Labour Reforms in New Zealand, and Lessons for Australia

Australia can learn much from the policy leadership of the Ardern Government in New Zealand and its reforms to address stagnant wages and rebuild a more inclusive workplace relations framework, according to new research from the Centre for Future Work at the Australia Institute.

As Australia's debate over wages and workplace rights heats up ahead of this year's federal election, important changes in labour policy are also being implemented right across the Tasman Sea. Under the Labour-Green-NZ First coalition government which came to office in New Zealand in 2017, several progressive changes in labour law have already been enacted. Others are in development.

Economist Alison Pennington reviews the policy reforms underway in New Zealand, and considers their relevance for Australia, in a new paper published by the Centre for Future Work.

Pennington provides a timetable and analysis of seven specific reforms in New Zealand, including:

  1. a landmark pay equity judgement and development of a bargaining principles approach to facilitate pay equity claims and settlements economy-wide;
  2. the introduction of industry bargaining agreements;
  3. restoration of employee and union rights to collectively bargain;
  4. legislation tabled to extend greater protections against unfair dismissal to labour hire and agency workers, and new collective bargaining rights;
  5. government commitments to significant annual increases to the minimum wage;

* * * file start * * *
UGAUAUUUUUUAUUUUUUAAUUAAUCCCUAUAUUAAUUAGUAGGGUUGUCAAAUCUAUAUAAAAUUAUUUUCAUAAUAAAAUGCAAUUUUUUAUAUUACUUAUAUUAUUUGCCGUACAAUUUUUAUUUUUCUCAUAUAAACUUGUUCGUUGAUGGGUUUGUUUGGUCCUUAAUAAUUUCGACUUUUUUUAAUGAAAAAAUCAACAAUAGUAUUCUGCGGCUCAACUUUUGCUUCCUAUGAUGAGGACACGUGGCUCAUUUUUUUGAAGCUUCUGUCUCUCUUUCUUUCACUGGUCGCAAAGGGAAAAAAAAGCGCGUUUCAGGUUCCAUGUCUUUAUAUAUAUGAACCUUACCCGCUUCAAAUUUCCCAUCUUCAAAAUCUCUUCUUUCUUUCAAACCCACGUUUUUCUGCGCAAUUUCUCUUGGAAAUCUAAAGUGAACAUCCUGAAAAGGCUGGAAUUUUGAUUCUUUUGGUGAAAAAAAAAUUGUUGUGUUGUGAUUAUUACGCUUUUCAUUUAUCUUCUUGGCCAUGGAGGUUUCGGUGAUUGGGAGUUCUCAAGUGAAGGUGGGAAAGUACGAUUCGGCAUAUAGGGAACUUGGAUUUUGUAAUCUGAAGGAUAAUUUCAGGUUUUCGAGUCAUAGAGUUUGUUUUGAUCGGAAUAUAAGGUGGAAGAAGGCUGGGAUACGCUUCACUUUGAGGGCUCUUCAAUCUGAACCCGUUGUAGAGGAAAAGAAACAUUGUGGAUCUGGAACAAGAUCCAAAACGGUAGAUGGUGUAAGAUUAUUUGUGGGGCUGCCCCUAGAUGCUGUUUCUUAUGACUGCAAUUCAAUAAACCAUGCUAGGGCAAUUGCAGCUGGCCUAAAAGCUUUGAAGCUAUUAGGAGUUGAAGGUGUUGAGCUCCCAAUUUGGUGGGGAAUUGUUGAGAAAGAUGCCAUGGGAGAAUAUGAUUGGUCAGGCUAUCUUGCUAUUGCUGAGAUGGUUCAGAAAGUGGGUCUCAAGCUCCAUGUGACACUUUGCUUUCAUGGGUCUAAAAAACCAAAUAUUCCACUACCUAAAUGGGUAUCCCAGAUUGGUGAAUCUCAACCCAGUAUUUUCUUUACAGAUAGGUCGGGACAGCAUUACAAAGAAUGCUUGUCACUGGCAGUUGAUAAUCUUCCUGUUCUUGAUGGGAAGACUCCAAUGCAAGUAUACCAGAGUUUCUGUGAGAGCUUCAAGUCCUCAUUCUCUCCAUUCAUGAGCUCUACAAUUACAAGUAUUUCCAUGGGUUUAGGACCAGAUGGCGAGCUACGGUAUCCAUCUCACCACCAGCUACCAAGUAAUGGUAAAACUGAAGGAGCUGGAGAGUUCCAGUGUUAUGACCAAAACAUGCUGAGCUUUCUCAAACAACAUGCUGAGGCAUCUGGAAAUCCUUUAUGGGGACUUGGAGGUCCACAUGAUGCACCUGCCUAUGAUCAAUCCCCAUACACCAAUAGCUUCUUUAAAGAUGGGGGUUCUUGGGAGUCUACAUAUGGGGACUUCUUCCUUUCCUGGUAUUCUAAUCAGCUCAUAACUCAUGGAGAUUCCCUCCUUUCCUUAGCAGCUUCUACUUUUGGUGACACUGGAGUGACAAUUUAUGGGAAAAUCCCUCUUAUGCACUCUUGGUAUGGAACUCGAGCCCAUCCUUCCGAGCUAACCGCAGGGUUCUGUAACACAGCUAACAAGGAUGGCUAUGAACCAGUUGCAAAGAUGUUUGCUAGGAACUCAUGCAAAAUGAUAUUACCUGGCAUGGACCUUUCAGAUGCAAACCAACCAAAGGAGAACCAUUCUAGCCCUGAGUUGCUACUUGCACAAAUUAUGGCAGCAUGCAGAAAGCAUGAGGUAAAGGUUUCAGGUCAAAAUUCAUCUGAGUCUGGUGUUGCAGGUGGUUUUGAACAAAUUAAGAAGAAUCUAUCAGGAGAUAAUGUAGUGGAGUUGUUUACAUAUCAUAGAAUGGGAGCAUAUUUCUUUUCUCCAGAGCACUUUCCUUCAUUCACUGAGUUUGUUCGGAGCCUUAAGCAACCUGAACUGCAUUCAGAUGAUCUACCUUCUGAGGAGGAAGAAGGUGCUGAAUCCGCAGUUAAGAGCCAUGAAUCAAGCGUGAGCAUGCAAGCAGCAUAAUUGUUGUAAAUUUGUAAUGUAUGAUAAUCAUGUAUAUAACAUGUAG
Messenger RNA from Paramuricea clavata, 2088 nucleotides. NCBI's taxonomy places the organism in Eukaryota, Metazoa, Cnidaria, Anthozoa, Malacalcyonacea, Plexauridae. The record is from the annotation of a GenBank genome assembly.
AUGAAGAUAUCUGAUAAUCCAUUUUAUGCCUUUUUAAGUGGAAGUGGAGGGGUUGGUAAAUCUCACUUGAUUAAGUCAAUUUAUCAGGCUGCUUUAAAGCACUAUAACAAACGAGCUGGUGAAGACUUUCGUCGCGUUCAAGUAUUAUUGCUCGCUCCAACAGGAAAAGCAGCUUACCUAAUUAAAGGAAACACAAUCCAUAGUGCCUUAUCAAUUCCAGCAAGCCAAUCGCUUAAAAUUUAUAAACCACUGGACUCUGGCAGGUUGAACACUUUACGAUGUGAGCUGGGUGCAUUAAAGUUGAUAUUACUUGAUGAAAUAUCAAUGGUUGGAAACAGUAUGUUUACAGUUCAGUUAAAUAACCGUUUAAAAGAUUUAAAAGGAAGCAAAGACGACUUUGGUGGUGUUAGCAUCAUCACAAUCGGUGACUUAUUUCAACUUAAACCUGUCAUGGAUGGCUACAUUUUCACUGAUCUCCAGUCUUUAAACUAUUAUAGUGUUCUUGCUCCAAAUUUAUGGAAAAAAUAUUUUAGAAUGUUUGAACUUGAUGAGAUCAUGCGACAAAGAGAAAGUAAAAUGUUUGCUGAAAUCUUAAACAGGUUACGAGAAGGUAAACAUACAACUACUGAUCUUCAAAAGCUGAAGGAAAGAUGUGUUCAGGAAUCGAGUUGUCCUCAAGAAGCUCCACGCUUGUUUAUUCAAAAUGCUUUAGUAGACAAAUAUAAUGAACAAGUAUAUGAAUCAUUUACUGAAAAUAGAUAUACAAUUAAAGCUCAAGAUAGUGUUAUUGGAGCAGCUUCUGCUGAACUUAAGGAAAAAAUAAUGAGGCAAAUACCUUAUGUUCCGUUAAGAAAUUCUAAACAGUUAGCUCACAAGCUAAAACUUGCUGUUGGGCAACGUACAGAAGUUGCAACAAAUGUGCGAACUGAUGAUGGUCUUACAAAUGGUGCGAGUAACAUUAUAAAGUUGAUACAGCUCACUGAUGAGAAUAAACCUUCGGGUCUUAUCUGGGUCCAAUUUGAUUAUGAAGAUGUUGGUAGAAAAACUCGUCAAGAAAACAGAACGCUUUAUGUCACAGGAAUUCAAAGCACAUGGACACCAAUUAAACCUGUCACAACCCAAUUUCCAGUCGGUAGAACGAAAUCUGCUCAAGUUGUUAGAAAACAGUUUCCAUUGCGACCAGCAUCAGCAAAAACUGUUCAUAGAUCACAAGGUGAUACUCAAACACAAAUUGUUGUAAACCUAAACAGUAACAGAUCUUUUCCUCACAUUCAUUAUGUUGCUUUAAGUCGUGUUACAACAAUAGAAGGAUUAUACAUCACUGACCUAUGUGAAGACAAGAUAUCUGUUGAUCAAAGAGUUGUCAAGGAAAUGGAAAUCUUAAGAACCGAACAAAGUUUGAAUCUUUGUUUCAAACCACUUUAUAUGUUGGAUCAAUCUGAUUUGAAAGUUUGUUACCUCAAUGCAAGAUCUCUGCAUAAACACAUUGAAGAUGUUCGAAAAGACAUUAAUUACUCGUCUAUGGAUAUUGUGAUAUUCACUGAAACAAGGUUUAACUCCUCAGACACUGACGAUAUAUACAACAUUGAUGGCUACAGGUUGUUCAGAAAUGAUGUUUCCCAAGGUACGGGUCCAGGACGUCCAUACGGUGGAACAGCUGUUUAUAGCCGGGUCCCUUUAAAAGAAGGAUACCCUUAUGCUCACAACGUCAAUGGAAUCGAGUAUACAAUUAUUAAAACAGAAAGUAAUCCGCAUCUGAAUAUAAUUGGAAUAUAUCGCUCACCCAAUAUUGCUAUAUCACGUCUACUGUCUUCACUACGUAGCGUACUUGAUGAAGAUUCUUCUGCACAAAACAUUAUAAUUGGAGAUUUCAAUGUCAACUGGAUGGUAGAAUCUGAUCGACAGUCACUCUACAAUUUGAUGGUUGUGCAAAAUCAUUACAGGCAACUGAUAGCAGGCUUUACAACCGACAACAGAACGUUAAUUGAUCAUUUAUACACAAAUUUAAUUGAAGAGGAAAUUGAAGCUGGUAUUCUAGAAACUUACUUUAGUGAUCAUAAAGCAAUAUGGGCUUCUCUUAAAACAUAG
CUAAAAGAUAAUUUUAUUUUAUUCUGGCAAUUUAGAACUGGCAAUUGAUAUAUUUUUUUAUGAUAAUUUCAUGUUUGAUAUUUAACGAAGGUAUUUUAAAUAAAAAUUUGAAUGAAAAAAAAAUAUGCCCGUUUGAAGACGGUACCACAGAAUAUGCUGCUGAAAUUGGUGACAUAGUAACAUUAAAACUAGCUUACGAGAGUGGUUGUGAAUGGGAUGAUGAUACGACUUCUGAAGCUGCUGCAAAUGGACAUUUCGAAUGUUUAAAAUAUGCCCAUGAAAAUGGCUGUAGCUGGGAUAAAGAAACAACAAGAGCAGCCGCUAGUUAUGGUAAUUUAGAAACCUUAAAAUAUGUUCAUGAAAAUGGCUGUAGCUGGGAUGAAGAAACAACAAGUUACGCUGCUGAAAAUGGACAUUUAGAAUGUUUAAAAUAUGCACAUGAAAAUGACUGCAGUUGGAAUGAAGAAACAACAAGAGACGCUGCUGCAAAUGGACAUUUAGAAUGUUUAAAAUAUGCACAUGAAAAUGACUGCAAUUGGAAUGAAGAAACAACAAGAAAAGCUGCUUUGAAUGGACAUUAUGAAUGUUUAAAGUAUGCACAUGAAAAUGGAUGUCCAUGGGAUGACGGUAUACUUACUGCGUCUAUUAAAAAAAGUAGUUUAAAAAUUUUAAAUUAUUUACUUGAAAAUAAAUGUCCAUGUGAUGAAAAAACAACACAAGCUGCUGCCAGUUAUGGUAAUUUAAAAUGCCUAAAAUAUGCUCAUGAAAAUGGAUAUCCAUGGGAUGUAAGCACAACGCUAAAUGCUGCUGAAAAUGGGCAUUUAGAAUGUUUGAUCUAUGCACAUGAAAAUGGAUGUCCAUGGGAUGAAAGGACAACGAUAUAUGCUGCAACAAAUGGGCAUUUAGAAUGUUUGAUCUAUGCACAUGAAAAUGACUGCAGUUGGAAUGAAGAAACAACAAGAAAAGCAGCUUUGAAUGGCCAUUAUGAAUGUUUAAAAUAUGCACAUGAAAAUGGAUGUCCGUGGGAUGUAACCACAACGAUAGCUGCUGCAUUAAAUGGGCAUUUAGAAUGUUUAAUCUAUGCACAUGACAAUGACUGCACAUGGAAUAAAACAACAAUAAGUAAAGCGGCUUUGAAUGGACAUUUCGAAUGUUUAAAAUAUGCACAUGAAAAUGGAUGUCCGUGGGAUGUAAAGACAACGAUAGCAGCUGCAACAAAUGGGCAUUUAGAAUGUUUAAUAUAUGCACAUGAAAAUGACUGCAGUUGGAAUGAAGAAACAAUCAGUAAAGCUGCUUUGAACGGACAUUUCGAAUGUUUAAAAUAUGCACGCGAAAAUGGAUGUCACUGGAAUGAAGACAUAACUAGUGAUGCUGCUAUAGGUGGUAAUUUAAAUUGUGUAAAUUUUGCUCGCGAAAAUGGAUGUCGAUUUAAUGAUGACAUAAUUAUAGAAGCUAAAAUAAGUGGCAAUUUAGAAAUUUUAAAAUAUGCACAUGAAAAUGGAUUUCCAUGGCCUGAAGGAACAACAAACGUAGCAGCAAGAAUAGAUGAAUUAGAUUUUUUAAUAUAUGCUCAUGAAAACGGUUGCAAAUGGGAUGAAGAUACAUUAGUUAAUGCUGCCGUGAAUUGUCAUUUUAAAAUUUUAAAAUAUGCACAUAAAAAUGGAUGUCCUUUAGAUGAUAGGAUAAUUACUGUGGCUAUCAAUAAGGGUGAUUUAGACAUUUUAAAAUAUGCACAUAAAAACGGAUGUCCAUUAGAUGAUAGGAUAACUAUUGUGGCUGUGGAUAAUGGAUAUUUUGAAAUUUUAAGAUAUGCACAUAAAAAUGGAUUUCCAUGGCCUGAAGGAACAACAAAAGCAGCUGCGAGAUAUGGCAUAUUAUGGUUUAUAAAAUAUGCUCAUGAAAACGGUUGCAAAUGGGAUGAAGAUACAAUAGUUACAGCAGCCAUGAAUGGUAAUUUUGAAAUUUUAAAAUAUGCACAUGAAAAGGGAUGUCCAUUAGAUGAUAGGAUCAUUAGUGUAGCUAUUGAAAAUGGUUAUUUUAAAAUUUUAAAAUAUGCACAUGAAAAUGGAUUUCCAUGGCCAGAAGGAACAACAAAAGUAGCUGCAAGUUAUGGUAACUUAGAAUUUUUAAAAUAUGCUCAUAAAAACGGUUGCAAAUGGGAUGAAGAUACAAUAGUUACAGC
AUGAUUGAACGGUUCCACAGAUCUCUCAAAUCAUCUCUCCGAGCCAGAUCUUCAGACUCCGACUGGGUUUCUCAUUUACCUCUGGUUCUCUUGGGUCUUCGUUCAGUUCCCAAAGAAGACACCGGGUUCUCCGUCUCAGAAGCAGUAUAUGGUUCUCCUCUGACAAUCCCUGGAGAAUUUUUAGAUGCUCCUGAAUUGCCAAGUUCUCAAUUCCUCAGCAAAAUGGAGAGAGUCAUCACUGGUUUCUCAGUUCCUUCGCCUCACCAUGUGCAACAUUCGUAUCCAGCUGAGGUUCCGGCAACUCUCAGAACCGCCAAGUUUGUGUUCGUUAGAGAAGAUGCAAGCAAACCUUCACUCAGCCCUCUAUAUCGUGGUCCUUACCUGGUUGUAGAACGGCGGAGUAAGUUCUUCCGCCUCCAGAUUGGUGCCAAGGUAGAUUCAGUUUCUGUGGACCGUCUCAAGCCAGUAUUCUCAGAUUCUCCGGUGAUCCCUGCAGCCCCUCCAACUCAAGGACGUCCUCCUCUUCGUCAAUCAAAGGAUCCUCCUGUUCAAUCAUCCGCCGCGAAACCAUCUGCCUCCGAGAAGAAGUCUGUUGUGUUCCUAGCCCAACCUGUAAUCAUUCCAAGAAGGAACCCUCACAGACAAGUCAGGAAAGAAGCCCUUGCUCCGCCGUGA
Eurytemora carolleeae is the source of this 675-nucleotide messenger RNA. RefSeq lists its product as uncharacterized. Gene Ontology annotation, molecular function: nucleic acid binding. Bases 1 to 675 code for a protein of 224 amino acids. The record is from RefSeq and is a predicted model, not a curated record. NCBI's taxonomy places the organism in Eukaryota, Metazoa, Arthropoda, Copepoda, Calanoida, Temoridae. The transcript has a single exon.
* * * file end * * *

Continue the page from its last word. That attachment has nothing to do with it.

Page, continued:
6. the establishment of broad civil society alliances in a campaign for a "living wage"; and
  7. the passage of legislation for a universal employee entitlement to 10 days paid domestic violence leave.

Together they represent an ambitious and multi-dimensional effort by the new government in New Zealand to address low wages, inequality, and poor job quality. In every case, Pennington notes, the reforms emphasise the importance of collective representation and unions: not just to lift standards directly through collective bargaining, but also to play a central role in implementing other reforms (such as pay equity and domestic violence leave).

New Zealand's experience with these reforms holds several lessons for the Australian debate over workplace policies. The ambition and scope of the New Zealand reforms certainly confirms that there is great potential for national governments to act forcefully to respond to growing public concern over work, wages, and job security.

“Australians have been touched by the tragedy in Christchurch, and impressed by the compassionate and effective response from the Ardern Government. And it seems there are other areas where we could learn from our New Zealand neighbours, including their new workplace policies,” said Pennington.

Please see the full report, Workplace Policy Reform in New Zealand: What are the Lessons for Australia?, by Alison Pennington.


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